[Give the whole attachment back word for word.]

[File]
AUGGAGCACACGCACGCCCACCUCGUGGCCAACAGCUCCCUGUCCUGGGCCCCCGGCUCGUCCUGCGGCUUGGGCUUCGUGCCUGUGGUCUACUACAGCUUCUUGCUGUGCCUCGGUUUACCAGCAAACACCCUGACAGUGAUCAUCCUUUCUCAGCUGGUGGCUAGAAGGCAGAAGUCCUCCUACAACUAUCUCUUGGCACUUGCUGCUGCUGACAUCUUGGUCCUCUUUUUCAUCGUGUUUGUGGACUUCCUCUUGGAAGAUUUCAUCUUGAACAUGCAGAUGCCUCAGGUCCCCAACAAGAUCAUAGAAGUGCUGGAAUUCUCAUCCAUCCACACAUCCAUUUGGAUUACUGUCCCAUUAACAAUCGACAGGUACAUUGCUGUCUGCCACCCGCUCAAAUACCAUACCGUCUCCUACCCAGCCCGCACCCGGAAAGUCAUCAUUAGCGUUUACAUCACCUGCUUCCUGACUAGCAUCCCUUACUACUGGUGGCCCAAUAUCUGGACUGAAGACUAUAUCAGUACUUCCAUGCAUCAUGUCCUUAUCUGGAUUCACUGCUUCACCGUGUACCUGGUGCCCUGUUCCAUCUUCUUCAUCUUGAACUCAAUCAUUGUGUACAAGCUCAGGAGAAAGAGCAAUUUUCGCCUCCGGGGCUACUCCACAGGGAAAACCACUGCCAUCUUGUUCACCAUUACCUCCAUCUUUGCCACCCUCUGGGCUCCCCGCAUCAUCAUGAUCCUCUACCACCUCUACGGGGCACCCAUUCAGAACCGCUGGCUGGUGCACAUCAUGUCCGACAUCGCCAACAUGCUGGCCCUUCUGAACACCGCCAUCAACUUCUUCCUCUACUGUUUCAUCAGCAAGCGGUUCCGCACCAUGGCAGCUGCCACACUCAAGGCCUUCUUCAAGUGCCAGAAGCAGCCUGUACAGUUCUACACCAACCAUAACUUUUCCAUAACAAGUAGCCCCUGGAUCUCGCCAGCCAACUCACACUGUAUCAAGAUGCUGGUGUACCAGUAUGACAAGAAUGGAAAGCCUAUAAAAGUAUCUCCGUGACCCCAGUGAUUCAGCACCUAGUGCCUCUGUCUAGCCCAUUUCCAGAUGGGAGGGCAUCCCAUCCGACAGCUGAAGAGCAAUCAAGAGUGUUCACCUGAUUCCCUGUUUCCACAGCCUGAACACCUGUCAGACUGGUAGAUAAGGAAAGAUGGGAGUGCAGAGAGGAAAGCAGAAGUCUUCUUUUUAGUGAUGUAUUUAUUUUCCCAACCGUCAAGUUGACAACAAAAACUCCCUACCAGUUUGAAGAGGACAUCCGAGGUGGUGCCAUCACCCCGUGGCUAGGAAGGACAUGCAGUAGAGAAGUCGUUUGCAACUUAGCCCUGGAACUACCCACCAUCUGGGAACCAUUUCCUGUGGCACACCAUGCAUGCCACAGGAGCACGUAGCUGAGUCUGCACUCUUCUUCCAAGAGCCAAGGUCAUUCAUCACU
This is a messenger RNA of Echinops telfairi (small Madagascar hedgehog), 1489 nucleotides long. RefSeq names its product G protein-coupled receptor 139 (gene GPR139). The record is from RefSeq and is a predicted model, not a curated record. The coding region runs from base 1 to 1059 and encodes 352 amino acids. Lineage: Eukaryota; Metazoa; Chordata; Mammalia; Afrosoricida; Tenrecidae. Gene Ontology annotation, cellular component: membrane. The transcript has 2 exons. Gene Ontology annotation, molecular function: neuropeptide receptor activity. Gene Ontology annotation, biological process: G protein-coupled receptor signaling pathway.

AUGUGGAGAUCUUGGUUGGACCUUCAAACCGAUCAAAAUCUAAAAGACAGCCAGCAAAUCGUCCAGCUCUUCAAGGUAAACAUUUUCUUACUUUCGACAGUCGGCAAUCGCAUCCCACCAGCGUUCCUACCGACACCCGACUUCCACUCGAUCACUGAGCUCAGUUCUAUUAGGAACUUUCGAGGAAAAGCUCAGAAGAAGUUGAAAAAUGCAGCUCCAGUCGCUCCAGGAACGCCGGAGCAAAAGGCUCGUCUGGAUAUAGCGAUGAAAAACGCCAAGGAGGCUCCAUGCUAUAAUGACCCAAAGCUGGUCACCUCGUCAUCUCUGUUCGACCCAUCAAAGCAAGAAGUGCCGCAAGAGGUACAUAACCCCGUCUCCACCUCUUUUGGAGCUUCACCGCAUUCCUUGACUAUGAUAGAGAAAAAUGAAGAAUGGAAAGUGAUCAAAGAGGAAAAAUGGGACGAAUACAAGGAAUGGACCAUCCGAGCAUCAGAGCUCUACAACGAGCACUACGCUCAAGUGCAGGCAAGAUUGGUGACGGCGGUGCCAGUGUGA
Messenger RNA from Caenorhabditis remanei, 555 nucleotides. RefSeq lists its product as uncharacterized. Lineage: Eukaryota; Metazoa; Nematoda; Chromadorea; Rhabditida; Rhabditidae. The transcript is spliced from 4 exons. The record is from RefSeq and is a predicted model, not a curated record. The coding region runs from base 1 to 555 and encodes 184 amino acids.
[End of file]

AUGGAGCACACGCACGCCCACCUCGUGGCCAACAGCUCCCUGUCCUGGGCCCCCGGCUCGUCCUGCGGCUUGGGCUUCGUGCCUGUGGUCUACUACAGCUUCUUGCUGUGCCUCGGUUUACCAGCAAACACCCUGACAGUGAUCAUCCUUUCUCAGCUGGUGGCUAGAAGGCAGAAGUCCUCCUACAACUAUCUCUUGGCACUUGCUGCUGCUGACAUCUUGGUCCUCUUUUUCAUCGUGUUUGUGGACUUCCUCUUGGAAGAUUUCAUCUUGAACAUGCAGAUGCCUCAGGUCCCCAACAAGAUCAUAGAAGUGCUGGAAUUCUCAUCCAUCCACACAUCCAUUUGGAUUACUGUCCCAUUAACAAUCGACAGGUACAUUGCUGUCUGCCACCCGCUCAAAUACCAUACCGUCUCCUACCCAGCCCGCACCCGGAAAGUCAUCAUUAGCGUUUACAUCACCUGCUUCCUGACUAGCAUCCCUUACUACUGGUGGCCCAAUAUCUGGACUGAAGACUAUAUCAGUACUUCCAUGCAUCAUGUCCUUAUCUGGAUUCACUGCUUCACCGUGUACCUGGUGCCCUGUUCCAUCUUCUUCAUCUUGAACUCAAUCAUUGUGUACAAGCUCAGGAGAAAGAGCAAUUUUCGCCUCCGGGGCUACUCCACAGGGAAAACCACUGCCAUCUUGUUCACCAUUACCUCCAUCUUUGCCACCCUCUGGGCUCCCCGCAUCAUCAUGAUCCUCUACCACCUCUACGGGGCACCCAUUCAGAACCGCUGGCUGGUGCACAUCAUGUCCGACAUCGCCAACAUGCUGGCCCUUCUGAACACCGCCAUCAACUUCUUCCUCUACUGUUUCAUCAGCAAGCGGUUCCGCACCAUGGCAGCUGCCACACUCAAGGCCUUCUUCAAGUGCCAGAAGCAGCCUGUACAGUUCUACACCAACCAUAACUUUUCCAUAACAAGUAGCCCCUGGAUCUCGCCAGCCAACUCACACUGUAUCAAGAUGCUGGUGUACCAGUAUGACAAGAAUGGAAAGCCUAUAAAAGUAUCUCCGUGACCCCAGUGAUUCAGCACCUAGUGCCUCUGUCUAGCCCAUUUCCAGAUGGGAGGGCAUCCCAUCCGACAGCUGAAGAGCAAUCAAGAGUGUUCACCUGAUUCCCUGUUUCCACAGCCUGAACACCUGUCAGACUGGUAGAUAAGGAAAGAUGGGAGUGCAGAGAGGAAAGCAGAAGUCUUCUUUUUAGUGAUGUAUUUAUUUUCCCAACCGUCAAGUUGACAACAAAAACUCCCUACCAGUUUGAAGAGGACAUCCGAGGUGGUGCCAUCACCCCGUGGCUAGGAAGGACAUGCAGUAGAGAAGUCGUUUGCAACUUAGCCCUGGAACUACCCACCAUCUGGGAACCAUUUCCUGUGGCACACCAUGCAUGCCACAGGAGCACGUAGCUGAGUCUGCACUCUUCUUCCAAGAGCCAAGGUCAUUCAUCACU
This is a messenger RNA of Echinops telfairi (small Madagascar hedgehog), 1489 nucleotides long. RefSeq names its product G protein-coupled receptor 139 (gene GPR139). The record is from RefSeq and is a predicted model, not a curated record. The coding region runs from base 1 to 1059 and encodes 352 amino acids. Lineage: Eukaryota; Metazoa; Chordata; Mammalia; Afrosoricida; Tenrecidae. Gene Ontology annotation, cellular component: membrane. The transcript has 2 exons. Gene Ontology annotation, molecular function: neuropeptide receptor activity. Gene Ontology annotation, biological process: G protein-coupled receptor signaling pathway.

AUGUGGAGAUCUUGGUUGGACCUUCAAACCGAUCAAAAUCUAAAAGACAGCCAGCAAAUCGUCCAGCUCUUCAAGGUAAACAUUUUCUUACUUUCGACAGUCGGCAAUCGCAUCCCACCAGCGUUCCUACCGACACCCGACUUCCACUCGAUCACUGAGCUCAGUUCUAUUAGGAACUUUCGAGGAAAAGCUCAGAAGAAGUUGAAAAAUGCAGCUCCAGUCGCUCCAGGAACGCCGGAGCAAAAGGCUCGUCUGGAUAUAGCGAUGAAAAACGCCAAGGAGGCUCCAUGCUAUAAUGACCCAAAGCUGGUCACCUCGUCAUCUCUGUUCGACCCAUCAAAGCAAGAAGUGCCGCAAGAGGUACAUAACCCCGUCUCCACCUCUUUUGGAGCUUCACCGCAUUCCUUGACUAUGAUAGAGAAAAAUGAAGAAUGGAAAGUGAUCAAAGAGGAAAAAUGGGACGAAUACAAGGAAUGGACCAUCCGAGCAUCAGAGCUCUACAACGAGCACUACGCUCAAGUGCAGGCAAGAUUGGUGACGGCGGUGCCAGUGUGA
Messenger RNA from Caenorhabditis remanei, 555 nucleotides. RefSeq lists its product as uncharacterized. Lineage: Eukaryota; Metazoa; Nematoda; Chromadorea; Rhabditida; Rhabditidae. The transcript is spliced from 4 exons. The record is from RefSeq and is a predicted model, not a curated record. The coding region runs from base 1 to 555 and encodes 184 amino acids.